How much exercise you should do depends on your goal: Health or fitness. There is a distinction, says Maria Nardini at the Duke Health & Fitness Center, and the time invested and commitment required for each are actually a bit different.
Your goal: To lower risk factors for illnesses such as cancer and heart disease by reducing excess weight, lowering blood pressure, improving cholesterol and triglyceride counts, and improving glucose tolerance
Your plan: Moderate physical activity such as brisk walking for 30 minutes on most days
Try this: If you hate the gym, try dance lessons; if you don’t dance, try a cycling or group hiking club.
Your goal: To reach a level of overall physical fitness, which includes not only a strong heart and lungs, but also strong muscles, flexible joints, and a healthy body weight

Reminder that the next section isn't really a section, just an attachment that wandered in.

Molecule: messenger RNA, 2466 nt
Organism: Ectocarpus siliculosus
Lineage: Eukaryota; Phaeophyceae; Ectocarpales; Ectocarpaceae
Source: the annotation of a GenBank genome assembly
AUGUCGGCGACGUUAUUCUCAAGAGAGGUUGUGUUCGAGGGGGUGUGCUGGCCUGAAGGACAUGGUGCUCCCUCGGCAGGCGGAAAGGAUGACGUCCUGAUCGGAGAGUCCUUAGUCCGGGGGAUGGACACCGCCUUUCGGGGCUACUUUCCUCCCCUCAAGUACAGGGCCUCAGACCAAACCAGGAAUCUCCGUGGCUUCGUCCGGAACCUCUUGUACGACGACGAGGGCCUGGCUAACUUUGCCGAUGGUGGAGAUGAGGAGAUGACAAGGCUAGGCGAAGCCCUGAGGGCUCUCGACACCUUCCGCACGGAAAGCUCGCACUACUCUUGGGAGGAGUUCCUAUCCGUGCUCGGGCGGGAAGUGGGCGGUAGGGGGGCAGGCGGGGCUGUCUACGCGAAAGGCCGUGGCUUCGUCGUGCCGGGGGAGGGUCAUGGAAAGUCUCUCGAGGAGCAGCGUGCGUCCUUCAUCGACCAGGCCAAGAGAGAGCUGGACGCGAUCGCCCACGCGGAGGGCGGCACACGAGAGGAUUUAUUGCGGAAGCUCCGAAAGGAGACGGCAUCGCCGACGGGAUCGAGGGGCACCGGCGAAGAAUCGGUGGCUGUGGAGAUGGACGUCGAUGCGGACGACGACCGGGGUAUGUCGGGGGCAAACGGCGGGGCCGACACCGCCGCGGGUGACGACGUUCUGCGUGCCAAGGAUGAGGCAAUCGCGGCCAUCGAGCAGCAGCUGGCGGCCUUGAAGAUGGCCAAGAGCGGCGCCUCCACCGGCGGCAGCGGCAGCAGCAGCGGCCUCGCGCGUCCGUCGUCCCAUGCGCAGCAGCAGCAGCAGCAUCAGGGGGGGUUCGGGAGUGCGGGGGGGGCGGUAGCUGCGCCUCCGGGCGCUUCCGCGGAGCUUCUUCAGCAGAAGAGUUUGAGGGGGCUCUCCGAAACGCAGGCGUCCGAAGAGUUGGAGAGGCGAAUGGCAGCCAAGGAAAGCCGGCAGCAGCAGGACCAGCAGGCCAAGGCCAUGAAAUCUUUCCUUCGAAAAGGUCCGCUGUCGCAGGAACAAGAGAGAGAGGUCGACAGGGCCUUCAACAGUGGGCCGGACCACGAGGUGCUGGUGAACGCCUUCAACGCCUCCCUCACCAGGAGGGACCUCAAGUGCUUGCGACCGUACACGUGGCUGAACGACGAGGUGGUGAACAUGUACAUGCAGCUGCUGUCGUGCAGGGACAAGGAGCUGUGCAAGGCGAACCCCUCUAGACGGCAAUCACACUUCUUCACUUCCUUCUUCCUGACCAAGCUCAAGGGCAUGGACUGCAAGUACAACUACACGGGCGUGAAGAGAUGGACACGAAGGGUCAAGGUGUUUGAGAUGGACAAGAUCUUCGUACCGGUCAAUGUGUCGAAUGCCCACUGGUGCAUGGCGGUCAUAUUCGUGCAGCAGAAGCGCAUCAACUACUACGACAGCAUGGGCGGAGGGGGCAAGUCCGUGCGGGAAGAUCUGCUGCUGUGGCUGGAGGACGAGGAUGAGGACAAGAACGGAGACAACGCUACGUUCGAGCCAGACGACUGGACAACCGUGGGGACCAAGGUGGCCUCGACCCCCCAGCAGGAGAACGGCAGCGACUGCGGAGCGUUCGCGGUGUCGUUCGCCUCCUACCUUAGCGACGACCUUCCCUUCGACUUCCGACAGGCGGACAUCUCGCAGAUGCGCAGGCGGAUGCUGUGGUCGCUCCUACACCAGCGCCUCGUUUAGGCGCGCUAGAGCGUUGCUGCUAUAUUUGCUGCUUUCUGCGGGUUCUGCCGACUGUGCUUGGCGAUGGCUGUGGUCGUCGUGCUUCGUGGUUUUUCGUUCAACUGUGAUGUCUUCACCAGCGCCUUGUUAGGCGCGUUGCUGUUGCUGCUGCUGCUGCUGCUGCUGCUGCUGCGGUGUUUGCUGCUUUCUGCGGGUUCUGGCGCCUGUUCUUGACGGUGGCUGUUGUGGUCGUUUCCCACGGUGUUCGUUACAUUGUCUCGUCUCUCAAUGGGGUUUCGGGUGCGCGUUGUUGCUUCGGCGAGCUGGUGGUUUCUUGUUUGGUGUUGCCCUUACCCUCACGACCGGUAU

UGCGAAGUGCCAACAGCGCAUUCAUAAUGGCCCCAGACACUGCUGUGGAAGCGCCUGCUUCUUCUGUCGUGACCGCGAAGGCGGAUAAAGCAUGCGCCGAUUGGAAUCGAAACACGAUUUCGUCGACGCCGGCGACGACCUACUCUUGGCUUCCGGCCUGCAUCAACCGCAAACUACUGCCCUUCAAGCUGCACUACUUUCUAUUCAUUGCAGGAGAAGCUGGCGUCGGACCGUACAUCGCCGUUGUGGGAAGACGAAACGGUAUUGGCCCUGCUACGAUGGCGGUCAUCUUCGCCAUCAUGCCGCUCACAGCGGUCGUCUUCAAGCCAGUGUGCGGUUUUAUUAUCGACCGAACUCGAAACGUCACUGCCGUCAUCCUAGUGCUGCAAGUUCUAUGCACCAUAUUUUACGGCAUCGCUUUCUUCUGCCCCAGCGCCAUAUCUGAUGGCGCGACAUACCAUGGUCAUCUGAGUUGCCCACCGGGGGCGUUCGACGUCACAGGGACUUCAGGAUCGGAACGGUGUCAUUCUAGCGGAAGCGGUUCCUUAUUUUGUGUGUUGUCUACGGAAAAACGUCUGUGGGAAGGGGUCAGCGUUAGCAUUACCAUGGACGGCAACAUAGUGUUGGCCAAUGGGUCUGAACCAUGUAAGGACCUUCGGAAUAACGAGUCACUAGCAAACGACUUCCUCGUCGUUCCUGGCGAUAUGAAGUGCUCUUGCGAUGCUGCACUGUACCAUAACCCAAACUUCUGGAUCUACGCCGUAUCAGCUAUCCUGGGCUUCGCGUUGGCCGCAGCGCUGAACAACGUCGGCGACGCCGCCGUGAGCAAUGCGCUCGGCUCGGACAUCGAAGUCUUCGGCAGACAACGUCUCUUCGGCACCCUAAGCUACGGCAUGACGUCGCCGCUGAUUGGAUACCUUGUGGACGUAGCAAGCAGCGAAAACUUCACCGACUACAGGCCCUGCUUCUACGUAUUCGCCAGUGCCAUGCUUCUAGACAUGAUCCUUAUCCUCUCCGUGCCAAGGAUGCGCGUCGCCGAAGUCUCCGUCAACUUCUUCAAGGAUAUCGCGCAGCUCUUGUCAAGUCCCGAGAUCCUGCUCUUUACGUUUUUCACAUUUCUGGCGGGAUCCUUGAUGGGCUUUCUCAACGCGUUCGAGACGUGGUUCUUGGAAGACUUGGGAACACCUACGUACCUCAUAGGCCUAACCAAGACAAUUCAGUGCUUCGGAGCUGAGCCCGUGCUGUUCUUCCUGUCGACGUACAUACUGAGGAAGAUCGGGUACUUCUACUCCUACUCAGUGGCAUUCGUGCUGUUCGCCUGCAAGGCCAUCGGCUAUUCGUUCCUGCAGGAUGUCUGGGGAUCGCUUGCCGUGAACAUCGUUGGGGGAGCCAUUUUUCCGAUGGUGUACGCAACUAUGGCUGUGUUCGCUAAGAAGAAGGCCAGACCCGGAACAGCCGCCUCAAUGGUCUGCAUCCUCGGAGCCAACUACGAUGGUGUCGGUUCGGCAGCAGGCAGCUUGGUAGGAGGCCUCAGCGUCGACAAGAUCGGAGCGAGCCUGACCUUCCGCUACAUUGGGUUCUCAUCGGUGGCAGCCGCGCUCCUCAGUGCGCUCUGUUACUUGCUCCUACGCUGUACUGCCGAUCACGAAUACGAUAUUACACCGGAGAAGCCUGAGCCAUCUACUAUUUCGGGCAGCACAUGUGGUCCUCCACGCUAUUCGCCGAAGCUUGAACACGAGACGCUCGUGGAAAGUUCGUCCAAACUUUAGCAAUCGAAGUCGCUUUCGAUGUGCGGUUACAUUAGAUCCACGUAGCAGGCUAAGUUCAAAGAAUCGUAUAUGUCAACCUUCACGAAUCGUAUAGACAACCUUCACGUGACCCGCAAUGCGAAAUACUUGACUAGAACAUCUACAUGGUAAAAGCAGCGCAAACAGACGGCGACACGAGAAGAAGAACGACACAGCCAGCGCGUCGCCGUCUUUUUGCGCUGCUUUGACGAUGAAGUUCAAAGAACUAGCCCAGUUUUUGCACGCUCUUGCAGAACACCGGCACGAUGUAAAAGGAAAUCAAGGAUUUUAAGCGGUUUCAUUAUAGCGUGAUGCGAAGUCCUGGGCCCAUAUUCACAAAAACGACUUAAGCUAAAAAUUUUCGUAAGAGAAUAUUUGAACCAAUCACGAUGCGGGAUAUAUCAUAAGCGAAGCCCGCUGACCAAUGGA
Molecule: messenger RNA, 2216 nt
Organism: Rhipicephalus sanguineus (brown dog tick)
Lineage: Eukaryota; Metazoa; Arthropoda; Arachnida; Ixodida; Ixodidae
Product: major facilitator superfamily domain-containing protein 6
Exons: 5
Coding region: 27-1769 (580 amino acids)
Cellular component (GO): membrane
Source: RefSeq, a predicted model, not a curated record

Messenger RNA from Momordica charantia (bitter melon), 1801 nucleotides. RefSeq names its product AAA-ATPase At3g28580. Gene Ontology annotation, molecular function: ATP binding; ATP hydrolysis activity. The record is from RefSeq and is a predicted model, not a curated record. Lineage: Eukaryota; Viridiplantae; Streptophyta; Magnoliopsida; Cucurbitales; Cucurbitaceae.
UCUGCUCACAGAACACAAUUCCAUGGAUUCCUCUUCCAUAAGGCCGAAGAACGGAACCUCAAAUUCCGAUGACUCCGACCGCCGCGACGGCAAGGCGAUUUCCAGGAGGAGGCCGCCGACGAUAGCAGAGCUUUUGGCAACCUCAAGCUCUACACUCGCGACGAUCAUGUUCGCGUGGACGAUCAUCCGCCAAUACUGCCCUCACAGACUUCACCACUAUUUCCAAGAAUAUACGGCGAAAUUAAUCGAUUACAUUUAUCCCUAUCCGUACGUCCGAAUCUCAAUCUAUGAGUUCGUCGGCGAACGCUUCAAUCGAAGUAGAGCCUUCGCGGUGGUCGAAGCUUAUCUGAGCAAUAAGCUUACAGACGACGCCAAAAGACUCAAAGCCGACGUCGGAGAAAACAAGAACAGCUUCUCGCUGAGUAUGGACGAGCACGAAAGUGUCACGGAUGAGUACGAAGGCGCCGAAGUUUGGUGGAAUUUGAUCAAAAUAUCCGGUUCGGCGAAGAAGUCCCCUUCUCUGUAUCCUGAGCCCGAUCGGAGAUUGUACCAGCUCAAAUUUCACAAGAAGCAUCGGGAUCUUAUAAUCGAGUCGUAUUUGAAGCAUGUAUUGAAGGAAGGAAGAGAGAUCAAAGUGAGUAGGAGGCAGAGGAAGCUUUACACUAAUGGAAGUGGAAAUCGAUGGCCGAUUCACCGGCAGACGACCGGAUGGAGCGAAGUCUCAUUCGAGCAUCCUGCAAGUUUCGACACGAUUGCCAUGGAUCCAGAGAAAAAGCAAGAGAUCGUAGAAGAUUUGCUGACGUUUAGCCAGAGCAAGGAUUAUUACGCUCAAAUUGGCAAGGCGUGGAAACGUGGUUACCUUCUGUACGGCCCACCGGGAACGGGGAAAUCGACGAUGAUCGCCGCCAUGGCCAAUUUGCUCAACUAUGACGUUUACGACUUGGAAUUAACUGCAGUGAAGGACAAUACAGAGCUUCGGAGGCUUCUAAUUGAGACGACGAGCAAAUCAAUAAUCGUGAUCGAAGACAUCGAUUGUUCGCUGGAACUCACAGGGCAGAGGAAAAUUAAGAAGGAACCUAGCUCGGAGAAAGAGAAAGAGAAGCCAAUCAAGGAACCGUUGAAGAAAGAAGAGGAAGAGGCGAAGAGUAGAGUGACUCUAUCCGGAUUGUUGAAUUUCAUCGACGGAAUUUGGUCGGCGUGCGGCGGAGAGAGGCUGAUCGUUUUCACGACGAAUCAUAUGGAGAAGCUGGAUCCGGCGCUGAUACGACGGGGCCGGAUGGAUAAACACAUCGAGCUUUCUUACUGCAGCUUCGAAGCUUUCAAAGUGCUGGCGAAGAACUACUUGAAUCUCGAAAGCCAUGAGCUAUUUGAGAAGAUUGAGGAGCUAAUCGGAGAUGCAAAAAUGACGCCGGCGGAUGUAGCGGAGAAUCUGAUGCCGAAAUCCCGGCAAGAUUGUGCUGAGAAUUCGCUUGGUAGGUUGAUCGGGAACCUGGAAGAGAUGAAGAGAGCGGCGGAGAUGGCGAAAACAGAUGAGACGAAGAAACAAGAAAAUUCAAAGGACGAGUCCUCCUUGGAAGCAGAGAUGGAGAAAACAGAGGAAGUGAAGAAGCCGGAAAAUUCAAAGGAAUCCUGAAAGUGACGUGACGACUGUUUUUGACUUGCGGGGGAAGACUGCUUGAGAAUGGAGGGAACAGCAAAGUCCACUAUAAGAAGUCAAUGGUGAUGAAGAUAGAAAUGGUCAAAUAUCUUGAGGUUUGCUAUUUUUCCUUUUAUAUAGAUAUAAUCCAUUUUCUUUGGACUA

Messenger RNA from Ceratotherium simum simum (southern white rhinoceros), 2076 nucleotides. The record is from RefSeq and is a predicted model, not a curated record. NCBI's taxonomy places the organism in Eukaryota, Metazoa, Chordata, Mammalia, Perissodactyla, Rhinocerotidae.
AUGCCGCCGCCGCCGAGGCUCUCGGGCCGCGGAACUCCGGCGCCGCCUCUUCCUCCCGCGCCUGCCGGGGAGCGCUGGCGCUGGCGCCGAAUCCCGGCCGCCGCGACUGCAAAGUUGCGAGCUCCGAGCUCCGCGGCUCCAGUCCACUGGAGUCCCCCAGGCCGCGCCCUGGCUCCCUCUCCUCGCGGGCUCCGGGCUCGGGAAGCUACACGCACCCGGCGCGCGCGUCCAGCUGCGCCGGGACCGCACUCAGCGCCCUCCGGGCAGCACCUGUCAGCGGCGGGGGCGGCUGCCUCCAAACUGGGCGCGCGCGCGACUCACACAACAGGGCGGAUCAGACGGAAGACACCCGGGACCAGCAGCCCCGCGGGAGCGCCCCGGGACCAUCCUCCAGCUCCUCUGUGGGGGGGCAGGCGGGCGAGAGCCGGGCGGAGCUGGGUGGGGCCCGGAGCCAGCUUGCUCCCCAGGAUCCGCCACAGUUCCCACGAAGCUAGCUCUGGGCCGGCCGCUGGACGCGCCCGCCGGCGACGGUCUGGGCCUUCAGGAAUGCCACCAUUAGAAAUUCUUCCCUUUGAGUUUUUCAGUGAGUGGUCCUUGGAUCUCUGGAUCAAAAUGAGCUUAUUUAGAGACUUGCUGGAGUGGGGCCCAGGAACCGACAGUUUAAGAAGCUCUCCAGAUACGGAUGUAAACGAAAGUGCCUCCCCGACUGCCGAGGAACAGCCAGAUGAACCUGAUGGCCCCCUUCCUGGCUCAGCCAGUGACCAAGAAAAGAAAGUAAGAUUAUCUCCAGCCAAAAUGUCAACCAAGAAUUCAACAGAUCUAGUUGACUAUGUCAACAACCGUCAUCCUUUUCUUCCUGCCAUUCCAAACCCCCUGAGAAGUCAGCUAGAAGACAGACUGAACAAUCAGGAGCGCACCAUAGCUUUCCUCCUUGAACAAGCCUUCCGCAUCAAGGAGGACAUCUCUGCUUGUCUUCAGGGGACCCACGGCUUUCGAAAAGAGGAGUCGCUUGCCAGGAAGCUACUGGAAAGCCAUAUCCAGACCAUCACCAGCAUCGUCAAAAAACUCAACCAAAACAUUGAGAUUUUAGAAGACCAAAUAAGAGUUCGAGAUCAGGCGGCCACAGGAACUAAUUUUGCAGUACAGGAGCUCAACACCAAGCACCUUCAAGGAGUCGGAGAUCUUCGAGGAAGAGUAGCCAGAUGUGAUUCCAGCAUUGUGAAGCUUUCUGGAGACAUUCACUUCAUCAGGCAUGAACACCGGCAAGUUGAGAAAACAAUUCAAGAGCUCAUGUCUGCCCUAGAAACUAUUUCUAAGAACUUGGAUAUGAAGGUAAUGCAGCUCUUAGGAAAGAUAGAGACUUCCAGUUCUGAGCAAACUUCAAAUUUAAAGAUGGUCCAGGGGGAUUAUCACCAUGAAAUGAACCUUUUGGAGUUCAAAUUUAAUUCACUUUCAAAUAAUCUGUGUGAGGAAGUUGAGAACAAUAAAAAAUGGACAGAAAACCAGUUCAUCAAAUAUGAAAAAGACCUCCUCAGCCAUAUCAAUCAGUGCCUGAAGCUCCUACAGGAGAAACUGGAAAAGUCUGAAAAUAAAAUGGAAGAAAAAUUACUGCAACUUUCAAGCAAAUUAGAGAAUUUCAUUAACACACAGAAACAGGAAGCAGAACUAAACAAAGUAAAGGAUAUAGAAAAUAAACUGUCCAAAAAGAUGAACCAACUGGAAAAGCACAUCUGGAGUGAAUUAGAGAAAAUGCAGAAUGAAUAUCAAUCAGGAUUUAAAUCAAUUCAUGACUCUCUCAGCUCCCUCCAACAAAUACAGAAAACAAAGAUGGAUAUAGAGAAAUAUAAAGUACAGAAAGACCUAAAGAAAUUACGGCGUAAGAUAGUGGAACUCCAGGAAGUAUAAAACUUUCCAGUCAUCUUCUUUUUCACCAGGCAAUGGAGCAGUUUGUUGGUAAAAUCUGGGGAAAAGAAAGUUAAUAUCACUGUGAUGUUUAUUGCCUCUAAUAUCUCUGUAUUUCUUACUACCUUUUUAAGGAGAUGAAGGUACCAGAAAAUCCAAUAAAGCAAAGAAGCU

Your plan: Moderately intense or intense aerobic exercise for at least 30 minutes at least three times a week; eight to 10 strength training exercises (of eight to 10 repetitions each) at least two times a week; stretching exercises every day
Try this: To get more bang for your workout buck, choose the random protocol on the stairclimber, bike, or treadmill and put your towel over the readout so you can’t see what’s coming ahead. That way your body is always adjusting and you’re never in a set routine.
For important checkpoints for your activity routine and tips on when it might be a good idea to see a sports medicine physician, read the full post on DukeHealth.org. Duke Medicine, Go Ask Mom's sponsor, offers health information here every Tuesday.